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Where are locals visible by name?

Basically, the answer is that locals are visible where you would expect it in block-structured languages, and sometimes a little longer. If you want to restrict the scope of a local, enclose its definition in SCOPE...ENDSCOPE.

scope       compilation  -- scope ; run-time  --         gforth       ``scope''

endscope       compilation scope -- ; run-time  --         gforth       ``endscope''

These words behave like control structure words, so you can use them with CS-PICK and CS-ROLL to restrict the scope in arbitrary ways.

If you want a more exact answer to the visibility question, here's the basic principle: A local is visible in all places that can only be reached through the definition of the local(2). In other words, it is not visible in places that can be reached without going through the definition of the local. E.g., locals defined in IF...ENDIF are visible until the ENDIF, locals defined in BEGIN...UNTIL are visible after the UNTIL (until, e.g., a subsequent ENDSCOPE).

The reasoning behind this solution is: We want to have the locals visible as long as it is meaningful. The user can always make the visibility shorter by using explicit scoping. In a place that can only be reached through the definition of a local, the meaning of a local name is clear. In other places it is not: How is the local initialized at the control flow path that does not contain the definition? Which local is meant, if the same name is defined twice in two independent control flow paths?

This should be enough detail for nearly all users, so you can skip the rest of this section. If you really must know all the gory details and options, read on.

In order to implement this rule, the compiler has to know which places are unreachable. It knows this automatically after AHEAD, AGAIN, EXIT and LEAVE; in other cases (e.g., after most THROWs), you can use the word UNREACHABLE to tell the compiler that the control flow never reaches that place. If UNREACHABLE is not used where it could, the only consequence is that the visibility of some locals is more limited than the rule above says. If UNREACHABLE is used where it should not (i.e., if you lie to the compiler), buggy code will be produced.

UNREACHABLE       --         gforth       ``UNREACHABLE''

Another problem with this rule is that at BEGIN, the compiler does not know which locals will be visible on the incoming back-edge. All problems discussed in the following are due to this ignorance of the compiler (we discuss the problems using BEGIN loops as examples; the discussion also applies to ?DO and other loops). Perhaps the most insidious example is:

AHEAD
BEGIN
  x
[ 1 CS-ROLL ] THEN
  { x }
  ...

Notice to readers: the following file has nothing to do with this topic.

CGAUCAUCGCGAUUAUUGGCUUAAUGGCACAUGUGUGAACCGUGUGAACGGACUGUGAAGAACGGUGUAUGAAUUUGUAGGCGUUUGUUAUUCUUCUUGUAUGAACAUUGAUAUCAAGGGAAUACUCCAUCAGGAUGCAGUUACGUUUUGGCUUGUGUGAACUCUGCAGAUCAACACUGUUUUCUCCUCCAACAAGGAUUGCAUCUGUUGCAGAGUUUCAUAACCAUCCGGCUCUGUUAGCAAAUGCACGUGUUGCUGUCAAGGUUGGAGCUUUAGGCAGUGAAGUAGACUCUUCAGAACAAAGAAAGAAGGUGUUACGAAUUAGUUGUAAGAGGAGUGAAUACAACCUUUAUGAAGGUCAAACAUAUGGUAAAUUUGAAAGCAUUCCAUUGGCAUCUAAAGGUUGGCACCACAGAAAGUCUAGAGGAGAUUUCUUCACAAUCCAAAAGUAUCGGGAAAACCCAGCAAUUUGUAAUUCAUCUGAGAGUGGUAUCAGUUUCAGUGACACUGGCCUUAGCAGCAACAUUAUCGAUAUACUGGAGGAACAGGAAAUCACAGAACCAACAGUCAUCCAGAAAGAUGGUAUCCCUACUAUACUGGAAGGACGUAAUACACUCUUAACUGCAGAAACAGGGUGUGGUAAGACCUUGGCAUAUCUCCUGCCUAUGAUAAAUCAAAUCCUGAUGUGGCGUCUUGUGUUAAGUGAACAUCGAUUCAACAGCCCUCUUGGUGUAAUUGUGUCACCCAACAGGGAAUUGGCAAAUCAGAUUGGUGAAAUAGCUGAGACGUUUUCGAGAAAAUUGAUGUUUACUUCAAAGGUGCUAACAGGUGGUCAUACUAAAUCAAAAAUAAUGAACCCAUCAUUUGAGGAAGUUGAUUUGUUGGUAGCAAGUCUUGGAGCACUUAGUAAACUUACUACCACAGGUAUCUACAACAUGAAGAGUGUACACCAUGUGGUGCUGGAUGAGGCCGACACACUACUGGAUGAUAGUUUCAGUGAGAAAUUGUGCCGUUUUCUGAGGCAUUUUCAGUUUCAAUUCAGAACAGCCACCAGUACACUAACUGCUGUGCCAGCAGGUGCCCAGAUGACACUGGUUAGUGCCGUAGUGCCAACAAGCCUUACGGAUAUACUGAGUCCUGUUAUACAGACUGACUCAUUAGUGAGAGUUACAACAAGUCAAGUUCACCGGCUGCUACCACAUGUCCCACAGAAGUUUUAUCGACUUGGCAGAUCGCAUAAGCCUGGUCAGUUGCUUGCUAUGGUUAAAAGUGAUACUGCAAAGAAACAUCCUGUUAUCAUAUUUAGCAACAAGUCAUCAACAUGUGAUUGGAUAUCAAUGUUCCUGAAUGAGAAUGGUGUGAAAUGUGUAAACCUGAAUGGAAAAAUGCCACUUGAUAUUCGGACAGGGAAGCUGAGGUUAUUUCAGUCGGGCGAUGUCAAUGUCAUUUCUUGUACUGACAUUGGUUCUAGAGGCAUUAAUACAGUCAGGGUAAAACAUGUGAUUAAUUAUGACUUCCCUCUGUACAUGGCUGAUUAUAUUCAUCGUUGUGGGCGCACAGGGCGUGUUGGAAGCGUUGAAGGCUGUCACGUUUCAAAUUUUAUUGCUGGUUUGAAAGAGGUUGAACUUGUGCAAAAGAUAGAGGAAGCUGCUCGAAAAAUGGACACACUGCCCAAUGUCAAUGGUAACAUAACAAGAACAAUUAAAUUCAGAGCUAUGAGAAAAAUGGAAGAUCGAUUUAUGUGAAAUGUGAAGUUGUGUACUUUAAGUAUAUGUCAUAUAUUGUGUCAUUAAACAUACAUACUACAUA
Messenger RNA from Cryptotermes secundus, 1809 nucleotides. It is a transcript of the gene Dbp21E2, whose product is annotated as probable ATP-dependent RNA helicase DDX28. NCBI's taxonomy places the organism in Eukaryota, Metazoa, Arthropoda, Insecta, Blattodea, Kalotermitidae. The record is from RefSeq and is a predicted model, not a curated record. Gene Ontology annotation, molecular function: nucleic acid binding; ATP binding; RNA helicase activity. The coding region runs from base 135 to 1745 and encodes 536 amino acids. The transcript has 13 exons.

UNTIL

This should be legal according to the visibility rule. The use of x can only be reached through the definition; but that appears textually below the use.

From this example it is clear that the visibility rules cannot be fully implemented without major headaches. Our implementation treats common cases as advertised and the exceptions are treated in a safe way: The compiler makes a reasonable guess about the locals visible after a BEGIN; if it is too pessimistic, the user will get a spurious error about the local not being defined; if the compiler is too optimistic, it will notice this later and issue a warning. In the case above the compiler would complain about x being undefined at its use. You can see from the obscure examples in this section that it takes quite unusual control structures to get the compiler into trouble, and even then it will often do fine.

If the BEGIN is reachable from above, the most optimistic guess is that all locals visible before the BEGIN will also be visible after the BEGIN. This guess is valid for all loops that are entered only through the BEGIN, in particular, for normal BEGIN...WHILE...REPEAT and BEGIN...UNTIL loops and it is implemented in our compiler. When the branch to the BEGIN is finally generated by AGAIN or UNTIL, the compiler checks the guess and warns the user if it was too optimistic:

IF
  { x }
BEGIN
  \ x ? 
[ 1 cs-roll ] THEN
  ...
UNTIL

Here, x lives only until the BEGIN, but the compiler optimistically assumes that it lives until the THEN. It notices this difference when it compiles the UNTIL and issues a warning. The user can avoid the warning, and make sure that x is not used in the wrong area by using explicit scoping:

IF
  SCOPE
  { x }
  ENDSCOPE
BEGIN
[ 1 cs-roll ] THEN
  ...
UNTIL

Since the guess is optimistic, there will be no spurious error messages about undefined locals.

If the BEGIN is not reachable from above (e.g., after AHEAD or EXIT), the compiler cannot even make an optimistic guess, as the locals visible after the BEGIN may be defined later. Therefore, the compiler assumes that no locals are visible after the BEGIN. However, the user can use ASSUME-LIVE to make the compiler assume that the same locals are visible at the BEGIN as at the point where the top control-flow stack item was created.

ASSUME-LIVE       orig -- orig         gforth       ``ASSUME-LIVE''

E.g.,

{ x }
AHEAD
ASSUME-LIVE
BEGIN
  x
[ 1 CS-ROLL ] THEN
  ...
UNTIL

Other cases where the locals are defined before the BEGIN can be handled by inserting an appropriate CS-ROLL before the ASSUME-LIVE (and changing the control-flow stack manipulation behind the ASSUME-LIVE).

Cases where locals are defined after the BEGIN (but should be visible immediately after the BEGIN) can only be handled by rearranging the loop. E.g., the "most insidious" example above can be arranged into:

BEGIN
  { x }
  ... 0=
WHILE
  x
REPEAT


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